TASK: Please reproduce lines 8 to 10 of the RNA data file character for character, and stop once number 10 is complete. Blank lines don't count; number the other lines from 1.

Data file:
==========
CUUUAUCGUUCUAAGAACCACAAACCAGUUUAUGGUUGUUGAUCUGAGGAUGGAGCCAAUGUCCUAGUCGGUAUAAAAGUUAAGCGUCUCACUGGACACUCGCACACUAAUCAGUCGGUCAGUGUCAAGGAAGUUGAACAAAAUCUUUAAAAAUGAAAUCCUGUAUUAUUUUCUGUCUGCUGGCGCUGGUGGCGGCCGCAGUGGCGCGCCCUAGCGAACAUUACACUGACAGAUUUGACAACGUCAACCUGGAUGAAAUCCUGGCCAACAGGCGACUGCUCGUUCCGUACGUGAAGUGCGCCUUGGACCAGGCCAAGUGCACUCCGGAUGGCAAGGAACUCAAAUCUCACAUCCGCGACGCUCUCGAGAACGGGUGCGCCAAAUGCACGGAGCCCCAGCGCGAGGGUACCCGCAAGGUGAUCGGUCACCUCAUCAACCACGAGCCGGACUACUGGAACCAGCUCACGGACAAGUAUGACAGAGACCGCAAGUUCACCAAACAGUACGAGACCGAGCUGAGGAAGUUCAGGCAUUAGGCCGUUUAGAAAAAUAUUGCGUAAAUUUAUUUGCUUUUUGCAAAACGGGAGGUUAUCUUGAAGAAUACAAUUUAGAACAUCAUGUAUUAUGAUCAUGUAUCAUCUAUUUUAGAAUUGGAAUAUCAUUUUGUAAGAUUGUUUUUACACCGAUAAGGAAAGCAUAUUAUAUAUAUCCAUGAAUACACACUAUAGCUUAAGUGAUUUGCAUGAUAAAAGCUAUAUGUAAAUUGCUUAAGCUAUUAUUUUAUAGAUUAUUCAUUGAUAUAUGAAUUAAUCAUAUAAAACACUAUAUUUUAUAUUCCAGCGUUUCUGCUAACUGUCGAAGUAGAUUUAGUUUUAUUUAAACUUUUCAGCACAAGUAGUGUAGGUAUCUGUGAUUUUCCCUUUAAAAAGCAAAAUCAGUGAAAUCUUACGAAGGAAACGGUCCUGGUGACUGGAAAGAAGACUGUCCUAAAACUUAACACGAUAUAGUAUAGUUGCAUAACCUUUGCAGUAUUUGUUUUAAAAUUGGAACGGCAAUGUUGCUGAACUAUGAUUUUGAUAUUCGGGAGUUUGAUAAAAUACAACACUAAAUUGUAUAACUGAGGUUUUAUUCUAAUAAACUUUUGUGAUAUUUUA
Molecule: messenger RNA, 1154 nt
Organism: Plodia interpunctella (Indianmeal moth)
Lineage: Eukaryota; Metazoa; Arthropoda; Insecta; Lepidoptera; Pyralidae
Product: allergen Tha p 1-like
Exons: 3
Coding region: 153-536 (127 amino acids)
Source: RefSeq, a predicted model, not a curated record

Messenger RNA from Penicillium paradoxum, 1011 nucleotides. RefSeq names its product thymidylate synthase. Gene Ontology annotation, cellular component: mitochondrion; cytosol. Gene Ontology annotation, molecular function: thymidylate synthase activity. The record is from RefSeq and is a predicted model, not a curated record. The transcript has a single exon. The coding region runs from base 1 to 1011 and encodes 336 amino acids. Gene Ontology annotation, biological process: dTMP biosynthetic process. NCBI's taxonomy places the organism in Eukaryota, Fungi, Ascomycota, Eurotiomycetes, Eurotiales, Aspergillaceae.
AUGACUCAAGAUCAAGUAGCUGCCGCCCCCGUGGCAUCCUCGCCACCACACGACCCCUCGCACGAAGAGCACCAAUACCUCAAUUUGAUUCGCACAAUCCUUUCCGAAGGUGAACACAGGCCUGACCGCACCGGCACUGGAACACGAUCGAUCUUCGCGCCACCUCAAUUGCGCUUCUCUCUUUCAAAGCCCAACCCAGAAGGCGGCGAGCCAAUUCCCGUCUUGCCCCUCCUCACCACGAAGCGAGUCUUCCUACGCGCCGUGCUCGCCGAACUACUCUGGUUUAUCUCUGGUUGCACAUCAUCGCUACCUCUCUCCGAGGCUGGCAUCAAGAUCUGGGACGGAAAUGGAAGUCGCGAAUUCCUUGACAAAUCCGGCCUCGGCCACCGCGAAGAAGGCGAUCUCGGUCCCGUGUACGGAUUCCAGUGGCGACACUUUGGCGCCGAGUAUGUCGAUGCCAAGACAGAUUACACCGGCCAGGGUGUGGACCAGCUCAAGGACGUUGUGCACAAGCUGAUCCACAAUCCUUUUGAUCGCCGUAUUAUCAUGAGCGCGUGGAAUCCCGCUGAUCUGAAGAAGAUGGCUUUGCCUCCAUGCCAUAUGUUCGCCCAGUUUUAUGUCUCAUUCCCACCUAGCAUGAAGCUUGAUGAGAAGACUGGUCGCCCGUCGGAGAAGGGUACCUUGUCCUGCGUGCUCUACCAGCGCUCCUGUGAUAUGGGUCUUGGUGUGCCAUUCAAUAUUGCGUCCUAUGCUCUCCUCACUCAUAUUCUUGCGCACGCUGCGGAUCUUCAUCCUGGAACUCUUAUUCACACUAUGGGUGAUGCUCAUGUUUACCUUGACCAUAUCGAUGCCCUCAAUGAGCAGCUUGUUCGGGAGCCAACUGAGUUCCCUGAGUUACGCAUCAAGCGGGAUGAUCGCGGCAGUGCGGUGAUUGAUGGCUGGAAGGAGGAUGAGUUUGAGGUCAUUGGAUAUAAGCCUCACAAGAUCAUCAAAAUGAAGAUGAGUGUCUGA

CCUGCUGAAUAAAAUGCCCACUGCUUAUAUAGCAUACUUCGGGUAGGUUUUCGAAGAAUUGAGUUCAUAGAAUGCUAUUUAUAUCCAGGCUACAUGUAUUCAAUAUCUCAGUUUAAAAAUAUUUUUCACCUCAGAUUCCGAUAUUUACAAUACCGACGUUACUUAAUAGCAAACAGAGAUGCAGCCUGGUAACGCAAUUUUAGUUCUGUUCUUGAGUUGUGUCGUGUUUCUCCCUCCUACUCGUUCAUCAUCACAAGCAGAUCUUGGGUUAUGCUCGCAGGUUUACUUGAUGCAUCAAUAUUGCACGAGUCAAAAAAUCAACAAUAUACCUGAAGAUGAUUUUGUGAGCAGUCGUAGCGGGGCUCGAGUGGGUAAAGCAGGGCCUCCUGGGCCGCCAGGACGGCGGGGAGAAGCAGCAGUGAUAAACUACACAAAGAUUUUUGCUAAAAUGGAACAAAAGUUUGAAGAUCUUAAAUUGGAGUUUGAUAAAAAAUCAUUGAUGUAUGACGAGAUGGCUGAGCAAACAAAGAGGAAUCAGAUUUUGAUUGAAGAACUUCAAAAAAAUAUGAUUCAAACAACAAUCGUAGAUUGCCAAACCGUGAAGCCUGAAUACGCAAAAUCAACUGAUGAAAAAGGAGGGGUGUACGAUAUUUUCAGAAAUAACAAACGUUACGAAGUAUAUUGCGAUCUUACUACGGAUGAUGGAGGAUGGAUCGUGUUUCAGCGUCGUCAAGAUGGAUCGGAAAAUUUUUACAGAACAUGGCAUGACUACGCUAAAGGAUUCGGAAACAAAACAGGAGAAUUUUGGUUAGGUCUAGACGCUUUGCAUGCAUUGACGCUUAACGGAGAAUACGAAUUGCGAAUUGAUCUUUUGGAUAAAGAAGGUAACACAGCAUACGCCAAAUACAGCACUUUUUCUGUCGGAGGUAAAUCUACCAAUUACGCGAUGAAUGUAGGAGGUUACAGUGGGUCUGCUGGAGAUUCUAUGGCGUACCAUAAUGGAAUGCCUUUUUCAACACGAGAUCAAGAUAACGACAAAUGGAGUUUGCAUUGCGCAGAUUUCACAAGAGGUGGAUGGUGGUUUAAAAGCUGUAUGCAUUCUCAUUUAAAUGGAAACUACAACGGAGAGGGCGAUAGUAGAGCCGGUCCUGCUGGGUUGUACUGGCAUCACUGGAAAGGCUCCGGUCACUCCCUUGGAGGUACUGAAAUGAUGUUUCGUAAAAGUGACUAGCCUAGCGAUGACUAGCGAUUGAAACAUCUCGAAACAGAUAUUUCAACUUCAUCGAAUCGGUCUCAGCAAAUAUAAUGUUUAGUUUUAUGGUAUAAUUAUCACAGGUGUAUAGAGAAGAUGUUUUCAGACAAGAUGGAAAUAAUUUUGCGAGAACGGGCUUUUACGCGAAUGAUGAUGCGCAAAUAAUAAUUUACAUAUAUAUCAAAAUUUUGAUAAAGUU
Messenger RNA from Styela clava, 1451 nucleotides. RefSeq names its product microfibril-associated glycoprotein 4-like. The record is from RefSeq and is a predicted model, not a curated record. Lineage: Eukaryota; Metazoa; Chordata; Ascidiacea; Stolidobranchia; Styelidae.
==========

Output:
Source: RefSeq, a predicted model, not a curated record

Messenger RNA from Penicillium paradoxum, 1011 nucleotides. RefSeq names its product thymidylate synthase. Gene Ontology annotation, cellular component: mitochondrion; cytosol. Gene Ontology annotation, molecular function: thymidylate synthase activity. The record is from RefSeq and is a predicted model, not a curated record. The transcript has a single exon. The coding region runs from base 1 to 1011 and encodes 336 amino acids. Gene Ontology annotation, biological process: dTMP biosynthetic process. NCBI's taxonomy places the organism in Eukaryota, Fungi, Ascomycota, Eurotiomycetes, Eurotiales, Aspergillaceae.
AUGACUCAAGAUCAAGUAGCUGCCGCCCCCGUGGCAUCCUCGCCACCACACGACCCCUCGCACGAAGAGCACCAAUACCUCAAUUUGAUUCGCACAAUCCUUUCCGAAGGUGAACACAGGCCUGACCGCACCGGCACUGGAACACGAUCGAUCUUCGCGCCACCUCAAUUGCGCUUCUCUCUUUCAAAGCCCAACCCAGAAGGCGGCGAGCCAAUUCCCGUCUUGCCCCUCCUCACCACGAAGCGAGUCUUCCUACGCGCCGUGCUCGCCGAACUACUCUGGUUUAUCUCUGGUUGCACAUCAUCGCUACCUCUCUCCGAGGCUGGCAUCAAGAUCUGGGACGGAAAUGGAAGUCGCGAAUUCCUUGACAAAUCCGGCCUCGGCCACCGCGAAGAAGGCGAUCUCGGUCCCGUGUACGGAUUCCAGUGGCGACACUUUGGCGCCGAGUAUGUCGAUGCCAAGACAGAUUACACCGGCCAGGGUGUGGACCAGCUCAAGGACGUUGUGCACAAGCUGAUCCACAAUCCUUUUGAUCGCCGUAUUAUCAUGAGCGCGUGGAAUCCCGCUGAUCUGAAGAAGAUGGCUUUGCCUCCAUGCCAUAUGUUCGCCCAGUUUUAUGUCUCAUUCCCACCUAGCAUGAAGCUUGAUGAGAAGACUGGUCGCCCGUCGGAGAAGGGUACCUUGUCCUGCGUGCUCUACCAGCGCUCCUGUGAUAUGGGUCUUGGUGUGCCAUUCAAUAUUGCGUCCUAUGCUCUCCUCACUCAUAUUCUUGCGCACGCUGCGGAUCUUCAUCCUGGAACUCUUAUUCACACUAUGGGUGAUGCUCAUGUUUACCUUGACCAUAUCGAUGCCCUCAAUGAGCAGCUUGUUCGGGAGCCAACUGAGUUCCCUGAGUUACGCAUCAAGCGGGAUGAUCGCGGCAGUGCGGUGAUUGAUGGCUGGAAGGAGGAUGAGUUUGAGGUCAUUGGAUAUAAGCCUCACAAGAUCAUCAAAAUGAAGAUGAGUGUCUGA